Can You Outperform the Benchmark?
Because investors seemingly take for granted their understanding of Covered Calls they have been reluctant to put them under the microscope. This article will take a little different look at Covered Calls and suggest, perhaps, a more efficient way to accomplish the same goal.
The starting point has to be portfolio makeup. Many investors construct an investment portfolio that they believe will outperform some benchmark such as the S&P500. They don’t expect each and every position in the portfolio to outperform the benchmark --- nobody’s that good--- they just believe that their particular combination will outperform. If they don’t believe they can outperform, then I would suggest their first step should be to buy an ETF such as the SPDR S&P500 ETF (SPY). Even if one has constructed a portfolio combining individual stocks and ETFs one TRUTH remains …. Either they believe their individual selections will outperform a benchmark or they should replicate that benchmark through an ETF.
Let’s start with the investor that believes they can outperform and carefully and diligently selected 20 positions. This investor now wants to 1) hedge against a down market or 2) try to create additional income through Covered Calls. Though they are hedging against a drop, let’s say they want to leave a little room for an upside and so they write Covered Calls on each position with strikes, say, 1% Out-of-the-Money (OTM).
Now, let’s say they picked the 1% OTM strike perfectly and the overall portfolio went up 1%. Great planning … or was it? No portfolio has stocks that move up exactly the same. In any typical portfolio some stocks will do better than others at different times. If everything was the same, why own more than one stock? So, if a portfolio went up 1%, it just makes sense to assume that some stocks went up more than 1%, some less than 1% and some may even have gone down.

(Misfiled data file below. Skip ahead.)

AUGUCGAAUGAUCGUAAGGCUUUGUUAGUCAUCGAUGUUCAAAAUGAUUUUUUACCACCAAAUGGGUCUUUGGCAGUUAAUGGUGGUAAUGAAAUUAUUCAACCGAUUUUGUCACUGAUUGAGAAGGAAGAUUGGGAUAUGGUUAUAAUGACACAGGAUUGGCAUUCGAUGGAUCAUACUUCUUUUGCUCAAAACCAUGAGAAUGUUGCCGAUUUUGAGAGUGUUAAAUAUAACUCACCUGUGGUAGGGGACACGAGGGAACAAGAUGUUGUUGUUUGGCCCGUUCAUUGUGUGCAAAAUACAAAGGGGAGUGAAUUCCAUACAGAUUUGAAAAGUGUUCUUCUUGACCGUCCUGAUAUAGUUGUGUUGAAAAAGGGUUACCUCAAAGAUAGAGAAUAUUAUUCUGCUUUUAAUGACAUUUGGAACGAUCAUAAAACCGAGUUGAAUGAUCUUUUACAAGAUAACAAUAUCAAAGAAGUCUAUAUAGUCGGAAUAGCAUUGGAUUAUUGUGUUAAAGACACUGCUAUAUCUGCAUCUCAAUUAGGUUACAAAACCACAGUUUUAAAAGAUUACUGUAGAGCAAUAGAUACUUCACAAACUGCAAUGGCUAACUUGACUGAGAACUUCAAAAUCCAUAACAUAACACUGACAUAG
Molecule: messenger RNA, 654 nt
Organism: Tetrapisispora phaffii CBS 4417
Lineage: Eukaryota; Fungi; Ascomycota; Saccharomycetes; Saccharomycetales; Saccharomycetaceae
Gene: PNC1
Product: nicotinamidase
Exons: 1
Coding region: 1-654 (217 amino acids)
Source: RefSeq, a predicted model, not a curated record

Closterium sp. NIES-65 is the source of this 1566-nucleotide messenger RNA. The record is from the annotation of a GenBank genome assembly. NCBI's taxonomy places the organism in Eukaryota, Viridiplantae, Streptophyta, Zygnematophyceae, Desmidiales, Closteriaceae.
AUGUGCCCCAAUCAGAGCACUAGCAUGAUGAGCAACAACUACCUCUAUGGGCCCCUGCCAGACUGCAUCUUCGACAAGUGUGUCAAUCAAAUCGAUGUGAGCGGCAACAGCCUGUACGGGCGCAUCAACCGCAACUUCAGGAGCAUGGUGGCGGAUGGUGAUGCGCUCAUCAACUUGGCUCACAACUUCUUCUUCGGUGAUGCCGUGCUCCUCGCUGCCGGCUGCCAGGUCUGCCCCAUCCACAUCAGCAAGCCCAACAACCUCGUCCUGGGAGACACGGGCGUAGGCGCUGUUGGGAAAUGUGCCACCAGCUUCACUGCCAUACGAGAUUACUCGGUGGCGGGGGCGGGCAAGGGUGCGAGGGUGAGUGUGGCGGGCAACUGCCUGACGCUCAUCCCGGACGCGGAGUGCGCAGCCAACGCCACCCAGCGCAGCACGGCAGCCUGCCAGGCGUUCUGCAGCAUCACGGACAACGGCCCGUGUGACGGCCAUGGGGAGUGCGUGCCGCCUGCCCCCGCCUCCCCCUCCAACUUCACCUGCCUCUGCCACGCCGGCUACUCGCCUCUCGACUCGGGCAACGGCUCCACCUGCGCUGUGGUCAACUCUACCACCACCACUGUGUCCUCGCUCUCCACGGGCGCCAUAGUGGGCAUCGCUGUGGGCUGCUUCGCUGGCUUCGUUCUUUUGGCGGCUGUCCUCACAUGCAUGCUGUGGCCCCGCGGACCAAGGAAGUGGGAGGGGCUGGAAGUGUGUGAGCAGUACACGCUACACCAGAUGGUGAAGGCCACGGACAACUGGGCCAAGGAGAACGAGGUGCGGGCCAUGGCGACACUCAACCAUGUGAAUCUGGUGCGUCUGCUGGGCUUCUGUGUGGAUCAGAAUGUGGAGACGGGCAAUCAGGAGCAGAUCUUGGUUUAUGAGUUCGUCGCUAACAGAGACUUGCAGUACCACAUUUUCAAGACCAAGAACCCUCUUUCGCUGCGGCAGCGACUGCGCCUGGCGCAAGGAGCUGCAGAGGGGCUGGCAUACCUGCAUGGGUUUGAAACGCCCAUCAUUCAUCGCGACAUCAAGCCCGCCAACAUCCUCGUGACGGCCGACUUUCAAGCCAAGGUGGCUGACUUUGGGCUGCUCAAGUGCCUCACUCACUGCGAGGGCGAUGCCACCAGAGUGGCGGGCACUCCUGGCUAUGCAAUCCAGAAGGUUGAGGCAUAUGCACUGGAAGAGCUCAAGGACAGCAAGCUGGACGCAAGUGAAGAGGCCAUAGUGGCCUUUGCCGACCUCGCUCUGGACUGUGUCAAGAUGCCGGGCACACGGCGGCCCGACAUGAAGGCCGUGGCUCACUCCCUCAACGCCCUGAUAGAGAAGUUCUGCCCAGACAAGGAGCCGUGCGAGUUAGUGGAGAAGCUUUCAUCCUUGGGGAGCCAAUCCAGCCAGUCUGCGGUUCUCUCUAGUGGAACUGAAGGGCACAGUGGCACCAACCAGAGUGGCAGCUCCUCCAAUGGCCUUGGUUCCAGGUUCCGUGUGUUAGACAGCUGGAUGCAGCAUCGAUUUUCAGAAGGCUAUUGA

That means that though the portfolio went up 1%, some stocks, by virtue of the Covered Calls didn’t realize the growth above 1% and were “called away”. The portfolio is left only with the “under-performers”. As a result, the portfolio didn’t realize its actual potential, though the strikes were apparently, set perfectly.
As a result of this, a carefully structured portfolio will not perform as intended if subjected to Covered Calls. Let me drive this home using a simple two position portfolio as an example. Let’s say that the Covered Calls were 1% OTM. One position goes up 6% and the other goes down 5%. The portfolio gained 1%. However, the Covered Calls capped any individual gains at 1%. As a result, a portfolio that should have gone up 1% actually went down 4%. I call this the “over/under-achiever“ problem.
Now, some will argue that they could just write the OTM strikes at different levels on different stocks. Well, if anyone can pick outperformers in their own portfolio that correctly, why not just junk the underperforming stocks and stick with the outperformers?
There is a better way … a methodology that will enable the investor to reap these excess returns and realize the outperformance they were planning on. It’s nothing earthshattering. It’s nothing difficult. It’s done all the time.
The Covered Call Alternative
Instead of writing COVERED CALLS on selected positions, use Naked Calls against the benchmark.
So, let’s say that our investor, instead of writing Covered Calls on 20 positions, just wrote a Naked Index Call on the S&P500 Index (SPX). Well, first it’s one trade and not 20 trades. Easier to implement, maintain and less costly … not to mention many more expiry dates. It is also Cash Settled and avoids the problem of having a position being “called away”.
Let’s look at what would happen if the investor’s portfolio outperformed the benchmark and went up, say 1.2% while SPX only went up 1%. Inasmuch as their actual holding was not subjected to any call, they realized the entire 1.2% upswing. Nothing is called away. The SPX, having gone up somewhat less at only 1%, was 100% profit with no give back.
As another example, let’s say that a portfolio went up 2% and the SPX went up only 1.5%. The Naked call on SPX, landing In-the-money .5%, will reduce the overall portfolio value by .5% through a cash debit. Nothing is automatically sold. The investor can either meet that .5% using their available cash or select to sell whatever they want. But, after the smoke clears, their portfolio is still AT LEAST .5% ahead of where it would have been with Covered Calls.
I say AT LEAST because if there were substantial outperformers and some laggards as discussed earlier the net could be much less.